Consistent individual differences in standard exploration tasks in the black rat (Rattus rattus).

2017-03-20

In a fluctuating environment, the optimal level of exploratory behavior depends on the proportion of current risks and benefits. The exploratory behavior is, therefore, often subjected to heterogenous selection. In populations of commensal rodents living in close proximity of humans, this pressure is further increased by pest management. We hypothesize that the black rat (Rattus rattus) responds to this pressure by either high behavioral flexibility or by development of personality types. The aim of this study was to analyze exploratory behavior and boldness of wild black rats and its changes over time to determine whether exploratory behavior is a personality trait in black rats. Studies on animals with unreduced variability are necessary for determination of normal range of behaviors. The behavior in the open field and hole board tests yielded 1 multivariate variable representing exploratory behavior and 1 representing boldness. The hole board test additionally provided an axis representing exploratory behavior. Exploratory behavior showed moderate to high repeatability, even though we observed a considerable effect of habituation. Exploratory behavior was also strongly correlated across contexts; therefore, our results suggest that the black rat responds to heterogenous selection pressure by developing personality types. We also found a strong effect of litter identity on some aspects of the exploratory behavior. Boldness was less repeatable, which we interpret as high behavioral flexibility in this behavioral trait. In concordance with our hypothesis, the personality types in exploratory behavior, but not in boldness, are possibly maintained by heterogenous selection pressure created by human pest management. (PsycINFO Database Record (c) 2017 APA, all rights reserved)(image)



Myrmica rubra ants are more communicative when young: Do they need experience?

2017-03-16

The role of experience in the development of communication in animals is a matter of special interest to many ethologists and psychologists. Ants are known to possess sophisticated and flexible communication systems based mainly on their antennal movements (Reznikova & Ryabko, 2011). However, it is still enigmatic whether young ants need stimulation performances by adults to develop their communication capacities. Experiments with pairwise interactions of Myrmica rubra ants revealed significant differences in individual behavior and the mode of communication in callow (newly emerged) and adult workers. Adult ants are much more mobile than callow ones, and they switch their behavior depending on what partner they interact with, whereas callows behave independently. Adults communicate with callows and queens much longer than with other adults. Both callows and queens seem to be rather attractive to adults, although in different ways. Adults pay close attention to callow ants and initiate prolonged antennal contacts with them, touching their bodies and not leaving them alone. Young (callow) ants appear to be more communicative than adults, and they are equally ready to communicate with each other and with adults. Antennal movements are slow and clumsy in young ants, and they often switch from communication to other activities. It is likely that patterns of antennal movements in callows change gradually. Peculiarities of the mode of communication enable us to speculate that young ants need prolonged contacts with adult nestmates to gain the experience of communication. Some parallels with the development of communication skills in vertebrate species are considered. (PsycINFO Database Record (c) 2017 APA, all rights reserved)(image)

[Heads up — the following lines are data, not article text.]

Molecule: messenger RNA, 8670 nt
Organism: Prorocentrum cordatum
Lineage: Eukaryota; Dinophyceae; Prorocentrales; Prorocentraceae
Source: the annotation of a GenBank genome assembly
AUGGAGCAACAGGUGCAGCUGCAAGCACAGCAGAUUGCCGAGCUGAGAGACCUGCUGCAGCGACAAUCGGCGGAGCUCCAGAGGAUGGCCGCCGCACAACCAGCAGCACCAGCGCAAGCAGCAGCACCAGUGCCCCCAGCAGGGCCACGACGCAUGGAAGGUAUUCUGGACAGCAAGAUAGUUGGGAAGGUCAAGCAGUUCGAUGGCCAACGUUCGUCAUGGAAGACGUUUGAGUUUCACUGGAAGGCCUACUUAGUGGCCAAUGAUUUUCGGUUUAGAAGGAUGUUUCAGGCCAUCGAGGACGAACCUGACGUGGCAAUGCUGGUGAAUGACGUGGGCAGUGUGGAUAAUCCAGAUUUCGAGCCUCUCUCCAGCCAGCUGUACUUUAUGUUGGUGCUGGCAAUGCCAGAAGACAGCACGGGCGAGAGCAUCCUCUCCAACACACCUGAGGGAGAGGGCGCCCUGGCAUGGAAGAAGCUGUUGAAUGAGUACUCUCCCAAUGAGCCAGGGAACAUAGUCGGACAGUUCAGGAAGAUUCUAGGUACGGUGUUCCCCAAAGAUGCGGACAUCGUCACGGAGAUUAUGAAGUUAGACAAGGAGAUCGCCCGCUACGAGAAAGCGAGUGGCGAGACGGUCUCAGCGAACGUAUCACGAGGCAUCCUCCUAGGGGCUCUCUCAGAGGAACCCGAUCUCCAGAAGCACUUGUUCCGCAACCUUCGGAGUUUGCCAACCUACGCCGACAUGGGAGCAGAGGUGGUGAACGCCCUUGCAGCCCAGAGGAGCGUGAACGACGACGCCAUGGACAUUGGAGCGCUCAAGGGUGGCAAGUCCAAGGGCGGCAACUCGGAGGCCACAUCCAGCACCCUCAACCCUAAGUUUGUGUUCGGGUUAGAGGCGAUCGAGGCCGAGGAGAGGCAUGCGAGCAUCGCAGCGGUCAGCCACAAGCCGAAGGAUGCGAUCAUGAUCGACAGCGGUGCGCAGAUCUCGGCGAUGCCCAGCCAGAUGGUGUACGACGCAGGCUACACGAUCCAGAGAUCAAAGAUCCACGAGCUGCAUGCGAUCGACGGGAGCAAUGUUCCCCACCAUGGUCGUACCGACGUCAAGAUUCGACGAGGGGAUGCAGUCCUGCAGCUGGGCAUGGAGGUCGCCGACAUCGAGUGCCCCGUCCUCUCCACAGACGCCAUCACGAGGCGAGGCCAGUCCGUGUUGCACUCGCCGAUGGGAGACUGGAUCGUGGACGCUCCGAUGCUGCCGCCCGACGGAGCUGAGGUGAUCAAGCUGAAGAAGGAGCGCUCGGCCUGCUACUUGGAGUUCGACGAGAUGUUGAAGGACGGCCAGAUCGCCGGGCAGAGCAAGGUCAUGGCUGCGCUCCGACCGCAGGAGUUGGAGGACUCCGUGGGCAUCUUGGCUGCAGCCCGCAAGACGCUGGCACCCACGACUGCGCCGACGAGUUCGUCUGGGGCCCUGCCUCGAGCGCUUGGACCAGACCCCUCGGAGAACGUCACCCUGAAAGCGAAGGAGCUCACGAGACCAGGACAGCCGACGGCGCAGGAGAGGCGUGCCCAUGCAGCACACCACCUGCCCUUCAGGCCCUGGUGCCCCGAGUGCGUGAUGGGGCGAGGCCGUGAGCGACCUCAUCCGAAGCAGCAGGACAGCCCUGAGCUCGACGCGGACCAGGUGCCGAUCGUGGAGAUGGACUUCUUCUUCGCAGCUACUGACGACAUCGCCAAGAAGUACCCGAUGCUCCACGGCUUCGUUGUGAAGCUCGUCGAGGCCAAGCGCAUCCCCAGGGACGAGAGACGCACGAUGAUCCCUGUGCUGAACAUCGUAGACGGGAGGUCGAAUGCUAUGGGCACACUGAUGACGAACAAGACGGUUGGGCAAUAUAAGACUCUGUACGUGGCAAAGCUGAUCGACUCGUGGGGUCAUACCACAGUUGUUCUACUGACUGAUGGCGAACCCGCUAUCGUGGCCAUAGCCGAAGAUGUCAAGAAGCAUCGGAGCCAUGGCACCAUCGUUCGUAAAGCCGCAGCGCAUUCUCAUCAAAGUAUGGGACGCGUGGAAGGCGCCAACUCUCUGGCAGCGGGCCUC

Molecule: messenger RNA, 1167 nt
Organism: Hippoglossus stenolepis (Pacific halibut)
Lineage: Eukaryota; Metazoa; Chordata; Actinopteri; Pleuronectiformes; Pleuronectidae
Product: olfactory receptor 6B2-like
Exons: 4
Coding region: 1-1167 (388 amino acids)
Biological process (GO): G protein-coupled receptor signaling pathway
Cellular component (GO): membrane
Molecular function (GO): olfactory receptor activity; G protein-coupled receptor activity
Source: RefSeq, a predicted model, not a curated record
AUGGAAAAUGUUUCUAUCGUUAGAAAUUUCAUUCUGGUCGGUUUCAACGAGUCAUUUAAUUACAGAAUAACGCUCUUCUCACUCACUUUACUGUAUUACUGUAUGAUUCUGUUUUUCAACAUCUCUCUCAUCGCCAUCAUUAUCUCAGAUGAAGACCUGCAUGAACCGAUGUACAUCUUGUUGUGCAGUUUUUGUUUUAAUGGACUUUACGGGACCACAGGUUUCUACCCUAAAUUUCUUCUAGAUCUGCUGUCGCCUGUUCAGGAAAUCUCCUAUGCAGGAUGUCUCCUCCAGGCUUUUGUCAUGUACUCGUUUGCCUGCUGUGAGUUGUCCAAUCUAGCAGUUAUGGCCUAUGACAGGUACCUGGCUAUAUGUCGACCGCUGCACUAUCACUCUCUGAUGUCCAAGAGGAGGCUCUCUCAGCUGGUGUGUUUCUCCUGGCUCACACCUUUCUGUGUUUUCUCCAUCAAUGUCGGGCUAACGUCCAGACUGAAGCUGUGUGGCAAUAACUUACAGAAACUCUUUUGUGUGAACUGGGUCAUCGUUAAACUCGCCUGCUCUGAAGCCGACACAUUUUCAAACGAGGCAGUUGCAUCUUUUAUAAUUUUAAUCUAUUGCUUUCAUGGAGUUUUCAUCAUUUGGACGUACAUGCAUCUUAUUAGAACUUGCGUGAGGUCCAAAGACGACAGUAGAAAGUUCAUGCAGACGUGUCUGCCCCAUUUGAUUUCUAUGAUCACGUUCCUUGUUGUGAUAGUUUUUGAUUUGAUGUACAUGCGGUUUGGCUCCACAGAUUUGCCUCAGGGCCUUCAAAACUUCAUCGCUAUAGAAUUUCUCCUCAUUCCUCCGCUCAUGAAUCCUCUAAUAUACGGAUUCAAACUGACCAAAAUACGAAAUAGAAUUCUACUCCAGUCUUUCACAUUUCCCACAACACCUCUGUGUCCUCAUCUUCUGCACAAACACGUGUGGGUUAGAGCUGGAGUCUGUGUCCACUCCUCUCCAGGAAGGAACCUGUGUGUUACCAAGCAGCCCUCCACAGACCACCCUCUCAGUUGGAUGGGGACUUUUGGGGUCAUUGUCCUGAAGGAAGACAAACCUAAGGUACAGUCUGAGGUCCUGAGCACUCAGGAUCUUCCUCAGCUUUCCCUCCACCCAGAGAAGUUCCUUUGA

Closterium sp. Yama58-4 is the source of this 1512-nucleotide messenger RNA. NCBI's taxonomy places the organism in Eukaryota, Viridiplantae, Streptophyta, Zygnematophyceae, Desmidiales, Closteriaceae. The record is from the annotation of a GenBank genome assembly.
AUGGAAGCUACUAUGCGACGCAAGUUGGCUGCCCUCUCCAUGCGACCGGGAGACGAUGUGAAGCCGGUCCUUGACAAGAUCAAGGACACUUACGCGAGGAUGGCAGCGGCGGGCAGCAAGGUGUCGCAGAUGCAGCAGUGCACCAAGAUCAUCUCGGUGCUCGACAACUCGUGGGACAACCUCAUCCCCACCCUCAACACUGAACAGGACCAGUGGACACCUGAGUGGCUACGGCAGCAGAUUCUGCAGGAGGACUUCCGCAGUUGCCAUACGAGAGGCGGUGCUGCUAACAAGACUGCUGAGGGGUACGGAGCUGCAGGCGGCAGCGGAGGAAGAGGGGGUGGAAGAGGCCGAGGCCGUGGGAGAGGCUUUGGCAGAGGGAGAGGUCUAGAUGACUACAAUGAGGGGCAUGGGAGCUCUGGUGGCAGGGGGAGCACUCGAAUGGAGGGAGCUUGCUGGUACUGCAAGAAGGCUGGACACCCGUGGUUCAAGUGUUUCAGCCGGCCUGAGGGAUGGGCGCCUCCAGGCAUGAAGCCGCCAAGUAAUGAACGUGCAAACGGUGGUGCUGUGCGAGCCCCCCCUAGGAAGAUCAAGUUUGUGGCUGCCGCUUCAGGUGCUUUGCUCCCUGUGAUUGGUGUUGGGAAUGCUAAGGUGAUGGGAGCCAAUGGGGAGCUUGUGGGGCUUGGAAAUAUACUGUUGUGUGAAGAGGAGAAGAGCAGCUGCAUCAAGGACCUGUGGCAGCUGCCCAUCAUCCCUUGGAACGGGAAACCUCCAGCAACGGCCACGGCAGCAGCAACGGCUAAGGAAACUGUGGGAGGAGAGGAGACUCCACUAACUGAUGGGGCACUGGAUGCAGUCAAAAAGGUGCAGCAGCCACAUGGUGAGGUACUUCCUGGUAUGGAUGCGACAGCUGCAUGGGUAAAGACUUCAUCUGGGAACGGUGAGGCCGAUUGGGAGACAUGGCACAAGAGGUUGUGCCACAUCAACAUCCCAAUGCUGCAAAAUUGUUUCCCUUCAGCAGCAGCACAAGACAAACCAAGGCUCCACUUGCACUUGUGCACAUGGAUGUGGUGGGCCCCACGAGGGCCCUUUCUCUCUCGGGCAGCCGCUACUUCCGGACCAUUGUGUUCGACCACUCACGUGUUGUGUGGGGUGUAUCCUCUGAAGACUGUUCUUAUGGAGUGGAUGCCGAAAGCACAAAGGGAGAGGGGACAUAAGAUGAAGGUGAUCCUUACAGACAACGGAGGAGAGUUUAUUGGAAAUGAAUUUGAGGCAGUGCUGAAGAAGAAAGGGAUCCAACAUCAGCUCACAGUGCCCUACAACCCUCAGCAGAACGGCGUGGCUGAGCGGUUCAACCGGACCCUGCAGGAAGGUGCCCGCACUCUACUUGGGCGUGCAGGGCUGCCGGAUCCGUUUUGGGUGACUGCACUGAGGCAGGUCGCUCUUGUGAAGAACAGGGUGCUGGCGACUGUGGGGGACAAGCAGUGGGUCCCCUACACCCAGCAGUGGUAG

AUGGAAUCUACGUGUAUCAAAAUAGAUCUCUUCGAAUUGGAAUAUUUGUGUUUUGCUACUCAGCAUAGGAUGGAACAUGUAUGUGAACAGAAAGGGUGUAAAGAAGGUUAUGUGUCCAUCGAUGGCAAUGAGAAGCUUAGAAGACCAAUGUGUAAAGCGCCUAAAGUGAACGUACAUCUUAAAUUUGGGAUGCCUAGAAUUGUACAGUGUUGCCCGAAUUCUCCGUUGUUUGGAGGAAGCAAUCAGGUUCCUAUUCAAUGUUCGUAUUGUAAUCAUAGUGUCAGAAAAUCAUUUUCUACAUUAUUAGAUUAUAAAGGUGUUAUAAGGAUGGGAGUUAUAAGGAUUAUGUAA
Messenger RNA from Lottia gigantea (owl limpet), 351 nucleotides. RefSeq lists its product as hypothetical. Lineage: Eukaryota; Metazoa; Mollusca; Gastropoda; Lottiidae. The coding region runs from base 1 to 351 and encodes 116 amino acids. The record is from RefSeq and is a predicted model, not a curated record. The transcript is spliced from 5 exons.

Stick-weaving: Innovative behavior in tamarins (Saguinus oedipus).

2017-03-09

Some captive cotton-top tamarins spontaneously weave sticks in the mesh of their enclosures so that the stick is lodged between two mesh openings. Sticks are broken from natural branches placed in the enclosures and often modified by biting them in the center before weaving through the mesh. To investigate this further, we systematically surveyed all animals in our colony and found that all successful stick-weaving tamarins were descendants from only 2 of the 16 breeding groups contributing to the colony membership at the time of surveying or were the mates of these descendants, suggesting stick-weaving is a socially learned behavior. Successful stick-weavers were presented with pipe cleaners, soda straws, and wooden dowels to see if they would generalize stick-weaving to novel objects. Seven of 10 animals successfully wove with straws or pipe cleaners, showing that they could generalize the behavior to objects that were physically different but had the same affordances as the sticks. Data from a father-daughter pair suggest a form of coaching. Innovative behavior is needed for the emergence of culture with subsequent social transmission. Although innovative behavior in primates is mainly associated with foraging and is more likely to occur among males, stick-weaving has no obvious reward and appeared equally in both sexes. Stick-weaving behavior and its probable social transmission across generations suggest the possibility of cultural traditions emerging in this species. (PsycINFO Database Record (c) 2017 APA, all rights reserved)(image)